Today’s story takes place as Jacob is returning home after years of running away from his brother. Just as he is about to cross the river into his ancestral homelands, Jacob faces an unknown man and wrestles him all night long. The story never actually reveals who this man is. For centuries, scholars and theologians have presented a variety of theories: has Jacob come face to face with his brother? Is this an angel, sent from God?
As the two fight to a draw, Jacob asks his unknown opponent for a blessing. The man asks his name and Jacob tells him. Jacob; a name that holds so much meaning, that reflects the life that he has been leading. Jacob, “heel-catcher”, “supplanter”, usurper, cheat. Revealing his name tells his story as clearly as if he said “I’m the one who cheated my brother and deceived my father.”
“The Man declared: You will no longer go by the name Jacob. From now on, your name will be Israel because you have wrestled with God and humanity, and you have prevailed.”
Jacob’s name is changed to reflect a new call. This unknown opponent, whom Jacob believes is God, is saying to him “No more. No more cheating or deceiving. You’re better than that. It’s time for you to change.”
Since this is a Bible story, everything is pretty cut and dry. We’re not usually so lucky to have such dramatic, life-changing moments when God tells us exactly who we are supposed to become.
But if we open our hearts to God, maybe those moments become more obvious. Are you wrestling with God about something in your life? Is there something that God is calling you to do that you are resisting? Maybe it’s reconciling with someone, healing a friendship. Maybe it’s taking on a new challenge or ministry that will take you out of our comfort zone. Maybe it’s something else that only you and God are aware of.
You’ve chosen a name for yourself. Is it the same name that God has chosen for you?
Given names, nicknames, what other names do we have for ourselves? For some of us, our jobs are tied in with our identities, we’re teachers and ministers and doctors and lawyers. For some, our most important name is parent or child.
What about the name “Christian?” Do you call yourself a Christian outside of these walls? I confess that I sometimes struggle to do so. I don’t always identify as a Christian because I’m worried about what people will think. The way that Christians are presented in today’s media feels unfamiliar and uncomfortable to me. The brand of Christianity that I see on TV news and on the internet doesn’t match with my understanding of what it means to follow Jesus. I don’t want to identify with preachers who call themselves Christian yet tell auditoriums full of followers that they can recognize God’s blessing in the prosperity and riches they can gain. I don’t want to call myself Christian when businesses can somehow say they are Christian and use that identity to deny women access to birth control and healthcare. I don’t want to say I’m a Christian when others are using the name of Jesus to preach hatred and deny equal rights to transgender, bisexual, lesbian and gay people. (By the way, speaking of so-called traditional, Biblical marriage, did anyone else notice that Jacob made this journey with his two wives?)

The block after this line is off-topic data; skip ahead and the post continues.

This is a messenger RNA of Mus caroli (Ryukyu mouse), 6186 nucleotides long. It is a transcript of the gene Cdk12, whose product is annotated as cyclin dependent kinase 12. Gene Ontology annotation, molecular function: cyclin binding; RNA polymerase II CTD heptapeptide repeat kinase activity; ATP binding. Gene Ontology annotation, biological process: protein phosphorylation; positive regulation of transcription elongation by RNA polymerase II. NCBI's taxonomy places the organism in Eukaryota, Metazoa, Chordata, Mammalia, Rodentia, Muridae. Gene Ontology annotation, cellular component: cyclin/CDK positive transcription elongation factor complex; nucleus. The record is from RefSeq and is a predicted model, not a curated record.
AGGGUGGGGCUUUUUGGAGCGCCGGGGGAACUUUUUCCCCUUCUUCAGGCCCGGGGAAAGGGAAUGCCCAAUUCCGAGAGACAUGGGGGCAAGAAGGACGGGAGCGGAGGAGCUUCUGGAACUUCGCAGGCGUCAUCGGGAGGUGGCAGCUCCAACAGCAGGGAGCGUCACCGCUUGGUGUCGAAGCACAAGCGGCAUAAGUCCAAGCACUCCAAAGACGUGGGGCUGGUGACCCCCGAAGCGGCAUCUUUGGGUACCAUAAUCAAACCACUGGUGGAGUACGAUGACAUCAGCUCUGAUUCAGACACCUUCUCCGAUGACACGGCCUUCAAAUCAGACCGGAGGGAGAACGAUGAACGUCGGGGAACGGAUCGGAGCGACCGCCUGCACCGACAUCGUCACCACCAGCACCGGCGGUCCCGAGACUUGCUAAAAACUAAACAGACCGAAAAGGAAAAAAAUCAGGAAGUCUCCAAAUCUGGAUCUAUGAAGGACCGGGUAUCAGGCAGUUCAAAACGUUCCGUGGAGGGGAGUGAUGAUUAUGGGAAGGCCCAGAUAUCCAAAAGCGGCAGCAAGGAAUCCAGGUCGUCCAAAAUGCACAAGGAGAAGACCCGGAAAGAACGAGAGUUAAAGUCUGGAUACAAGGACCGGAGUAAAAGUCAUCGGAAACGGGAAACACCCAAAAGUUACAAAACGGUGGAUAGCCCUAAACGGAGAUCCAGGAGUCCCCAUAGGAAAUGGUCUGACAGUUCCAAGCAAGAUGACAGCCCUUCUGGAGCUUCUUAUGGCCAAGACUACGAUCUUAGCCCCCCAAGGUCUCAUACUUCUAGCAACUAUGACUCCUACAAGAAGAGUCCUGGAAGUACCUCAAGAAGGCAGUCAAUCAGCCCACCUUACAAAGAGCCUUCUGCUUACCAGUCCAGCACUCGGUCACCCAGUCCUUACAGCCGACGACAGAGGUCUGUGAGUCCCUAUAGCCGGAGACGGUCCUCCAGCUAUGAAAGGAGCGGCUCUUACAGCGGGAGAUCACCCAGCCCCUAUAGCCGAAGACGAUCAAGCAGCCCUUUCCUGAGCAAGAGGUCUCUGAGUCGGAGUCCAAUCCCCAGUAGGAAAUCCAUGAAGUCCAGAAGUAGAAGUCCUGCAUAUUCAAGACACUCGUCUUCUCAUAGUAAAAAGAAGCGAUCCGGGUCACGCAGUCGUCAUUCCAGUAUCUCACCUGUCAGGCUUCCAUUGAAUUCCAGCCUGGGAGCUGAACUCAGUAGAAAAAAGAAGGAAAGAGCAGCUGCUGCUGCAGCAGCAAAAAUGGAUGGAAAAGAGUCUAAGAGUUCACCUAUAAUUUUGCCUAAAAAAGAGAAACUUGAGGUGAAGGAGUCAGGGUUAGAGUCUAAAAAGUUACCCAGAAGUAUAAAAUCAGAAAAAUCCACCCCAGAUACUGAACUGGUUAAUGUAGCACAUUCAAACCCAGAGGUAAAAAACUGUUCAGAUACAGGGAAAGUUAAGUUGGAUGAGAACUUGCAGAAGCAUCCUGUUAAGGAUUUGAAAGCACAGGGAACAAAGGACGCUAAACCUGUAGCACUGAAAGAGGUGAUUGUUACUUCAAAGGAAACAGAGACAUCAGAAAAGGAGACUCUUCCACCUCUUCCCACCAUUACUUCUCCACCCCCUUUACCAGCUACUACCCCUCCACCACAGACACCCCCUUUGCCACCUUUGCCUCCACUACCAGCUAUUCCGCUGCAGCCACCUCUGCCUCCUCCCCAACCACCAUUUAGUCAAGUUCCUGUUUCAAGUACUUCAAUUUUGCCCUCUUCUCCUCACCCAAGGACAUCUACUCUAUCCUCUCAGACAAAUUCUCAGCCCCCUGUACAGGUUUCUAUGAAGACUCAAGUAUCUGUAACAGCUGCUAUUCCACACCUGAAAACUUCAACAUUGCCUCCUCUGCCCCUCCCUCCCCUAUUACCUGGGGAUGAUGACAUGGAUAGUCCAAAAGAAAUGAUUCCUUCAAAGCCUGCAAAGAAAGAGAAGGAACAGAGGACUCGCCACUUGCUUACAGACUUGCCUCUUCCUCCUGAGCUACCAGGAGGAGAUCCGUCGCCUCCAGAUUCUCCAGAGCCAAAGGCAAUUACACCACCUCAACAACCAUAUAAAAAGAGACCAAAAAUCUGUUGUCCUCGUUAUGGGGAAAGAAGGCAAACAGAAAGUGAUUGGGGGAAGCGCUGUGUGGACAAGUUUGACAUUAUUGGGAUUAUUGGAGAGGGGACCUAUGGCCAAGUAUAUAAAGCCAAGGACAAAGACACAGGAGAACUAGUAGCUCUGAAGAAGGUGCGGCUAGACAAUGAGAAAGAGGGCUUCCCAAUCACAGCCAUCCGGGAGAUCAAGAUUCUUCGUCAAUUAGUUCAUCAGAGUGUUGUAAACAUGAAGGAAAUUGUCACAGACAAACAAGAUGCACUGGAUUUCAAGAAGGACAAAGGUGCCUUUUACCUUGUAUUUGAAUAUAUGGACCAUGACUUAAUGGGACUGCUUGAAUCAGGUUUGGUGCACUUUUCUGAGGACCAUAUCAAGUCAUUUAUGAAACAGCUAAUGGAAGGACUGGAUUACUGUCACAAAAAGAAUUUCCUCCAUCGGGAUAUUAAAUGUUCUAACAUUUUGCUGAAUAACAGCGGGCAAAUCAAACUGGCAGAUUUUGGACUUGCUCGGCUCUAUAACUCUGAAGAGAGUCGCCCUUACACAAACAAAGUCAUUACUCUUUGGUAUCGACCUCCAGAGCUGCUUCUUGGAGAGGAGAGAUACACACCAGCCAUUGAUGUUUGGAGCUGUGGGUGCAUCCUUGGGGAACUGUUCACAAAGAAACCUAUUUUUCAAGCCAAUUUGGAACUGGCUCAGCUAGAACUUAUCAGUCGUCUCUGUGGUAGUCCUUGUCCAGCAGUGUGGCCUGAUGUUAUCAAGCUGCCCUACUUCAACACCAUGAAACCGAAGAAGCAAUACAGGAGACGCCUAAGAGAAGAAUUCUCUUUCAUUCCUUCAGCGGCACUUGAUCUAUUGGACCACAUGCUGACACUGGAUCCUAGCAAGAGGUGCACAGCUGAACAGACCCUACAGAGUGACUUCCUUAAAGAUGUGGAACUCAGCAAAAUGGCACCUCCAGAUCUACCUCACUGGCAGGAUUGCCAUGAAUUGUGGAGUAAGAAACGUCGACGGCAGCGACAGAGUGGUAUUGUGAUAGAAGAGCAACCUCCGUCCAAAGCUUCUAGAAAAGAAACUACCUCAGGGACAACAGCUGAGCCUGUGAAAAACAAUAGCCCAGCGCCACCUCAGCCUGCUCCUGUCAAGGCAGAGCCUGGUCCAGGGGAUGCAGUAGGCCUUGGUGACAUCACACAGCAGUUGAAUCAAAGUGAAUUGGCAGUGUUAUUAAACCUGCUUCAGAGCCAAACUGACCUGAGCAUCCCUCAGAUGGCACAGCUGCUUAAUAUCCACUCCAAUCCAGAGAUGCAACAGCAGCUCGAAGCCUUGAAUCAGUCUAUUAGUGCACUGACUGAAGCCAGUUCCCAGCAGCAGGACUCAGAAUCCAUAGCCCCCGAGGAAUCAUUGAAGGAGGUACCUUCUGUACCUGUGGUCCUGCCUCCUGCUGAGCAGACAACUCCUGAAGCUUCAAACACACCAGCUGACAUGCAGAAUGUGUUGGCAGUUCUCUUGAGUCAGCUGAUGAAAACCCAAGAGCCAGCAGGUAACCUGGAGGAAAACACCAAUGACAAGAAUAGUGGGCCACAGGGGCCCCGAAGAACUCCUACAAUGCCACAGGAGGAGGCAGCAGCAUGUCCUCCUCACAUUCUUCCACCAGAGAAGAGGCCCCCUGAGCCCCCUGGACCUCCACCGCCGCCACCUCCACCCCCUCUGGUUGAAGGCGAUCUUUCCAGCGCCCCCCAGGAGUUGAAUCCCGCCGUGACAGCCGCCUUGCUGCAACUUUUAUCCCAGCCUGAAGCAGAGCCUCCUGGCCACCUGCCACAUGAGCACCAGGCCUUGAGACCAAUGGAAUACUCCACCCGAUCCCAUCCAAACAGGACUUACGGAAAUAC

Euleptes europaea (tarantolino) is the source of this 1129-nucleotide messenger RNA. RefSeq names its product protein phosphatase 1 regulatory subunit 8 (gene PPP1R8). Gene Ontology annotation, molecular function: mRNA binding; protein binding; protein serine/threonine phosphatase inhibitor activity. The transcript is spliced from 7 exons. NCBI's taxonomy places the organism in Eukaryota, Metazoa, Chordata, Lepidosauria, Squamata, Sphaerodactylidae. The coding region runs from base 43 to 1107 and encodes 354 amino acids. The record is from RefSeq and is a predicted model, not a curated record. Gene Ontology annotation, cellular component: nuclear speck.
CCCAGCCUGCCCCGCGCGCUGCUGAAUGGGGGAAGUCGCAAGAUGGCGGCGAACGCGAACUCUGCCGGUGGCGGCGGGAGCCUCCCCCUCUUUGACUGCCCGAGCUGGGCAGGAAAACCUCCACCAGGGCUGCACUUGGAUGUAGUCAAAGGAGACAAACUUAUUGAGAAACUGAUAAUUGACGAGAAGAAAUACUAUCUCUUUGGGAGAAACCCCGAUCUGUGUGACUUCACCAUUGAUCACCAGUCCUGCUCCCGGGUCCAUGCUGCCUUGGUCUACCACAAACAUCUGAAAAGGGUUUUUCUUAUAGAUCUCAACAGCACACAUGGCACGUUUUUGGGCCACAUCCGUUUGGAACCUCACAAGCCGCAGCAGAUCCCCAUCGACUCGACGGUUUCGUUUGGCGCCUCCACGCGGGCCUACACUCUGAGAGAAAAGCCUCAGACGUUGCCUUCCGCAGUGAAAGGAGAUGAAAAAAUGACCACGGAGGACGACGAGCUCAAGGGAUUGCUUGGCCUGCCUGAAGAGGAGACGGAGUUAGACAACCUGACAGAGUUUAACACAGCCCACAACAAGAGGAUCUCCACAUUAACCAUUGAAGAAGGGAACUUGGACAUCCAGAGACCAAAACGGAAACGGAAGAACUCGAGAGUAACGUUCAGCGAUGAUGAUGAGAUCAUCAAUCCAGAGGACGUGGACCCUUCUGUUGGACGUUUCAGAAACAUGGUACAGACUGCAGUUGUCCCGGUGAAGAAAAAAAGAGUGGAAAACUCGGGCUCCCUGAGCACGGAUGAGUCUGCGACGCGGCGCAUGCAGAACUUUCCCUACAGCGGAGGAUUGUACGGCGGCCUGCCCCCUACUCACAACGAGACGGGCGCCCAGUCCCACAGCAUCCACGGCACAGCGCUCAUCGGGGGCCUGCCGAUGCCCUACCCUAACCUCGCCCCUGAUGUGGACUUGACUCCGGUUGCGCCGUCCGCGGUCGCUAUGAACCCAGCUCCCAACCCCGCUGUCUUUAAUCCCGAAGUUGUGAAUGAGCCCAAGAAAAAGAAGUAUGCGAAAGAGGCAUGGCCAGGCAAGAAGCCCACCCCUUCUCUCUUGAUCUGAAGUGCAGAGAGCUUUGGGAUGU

So, I wrestle with God’s call. I know that God wants me to go out into the world and live a life based on Jesus’. I’m called to follow Jesus. I’m called to be a Christian. But it makes me uncomfortable to say that name out loud. I do believe that we need to wrestle the name away from other who have misunderstood the teachings of the Bible but that sounds like a lot of work, and it makes me as uncomfortable as a hip knocked out of joint. I want to reclaim the name but I don’t want to force it on others. I’m working on calling myself a Christian, at least in my heart. I’m trying harder to find the name that God is giving me.
I wrestle with God. Do you?
Is there a struggle going on in your heart now?
Are you resisting God’s call?
Who is God calling you to be?
Let us pray.
O God of many names, help us find our true identity. Be patient with us when we wrestle with you all night long. Give us the courage to hear your call when you bless us with our true name. Amen.
 https://en.wikipedia.org/wiki/Jacob, accessed Sept. 27, 2015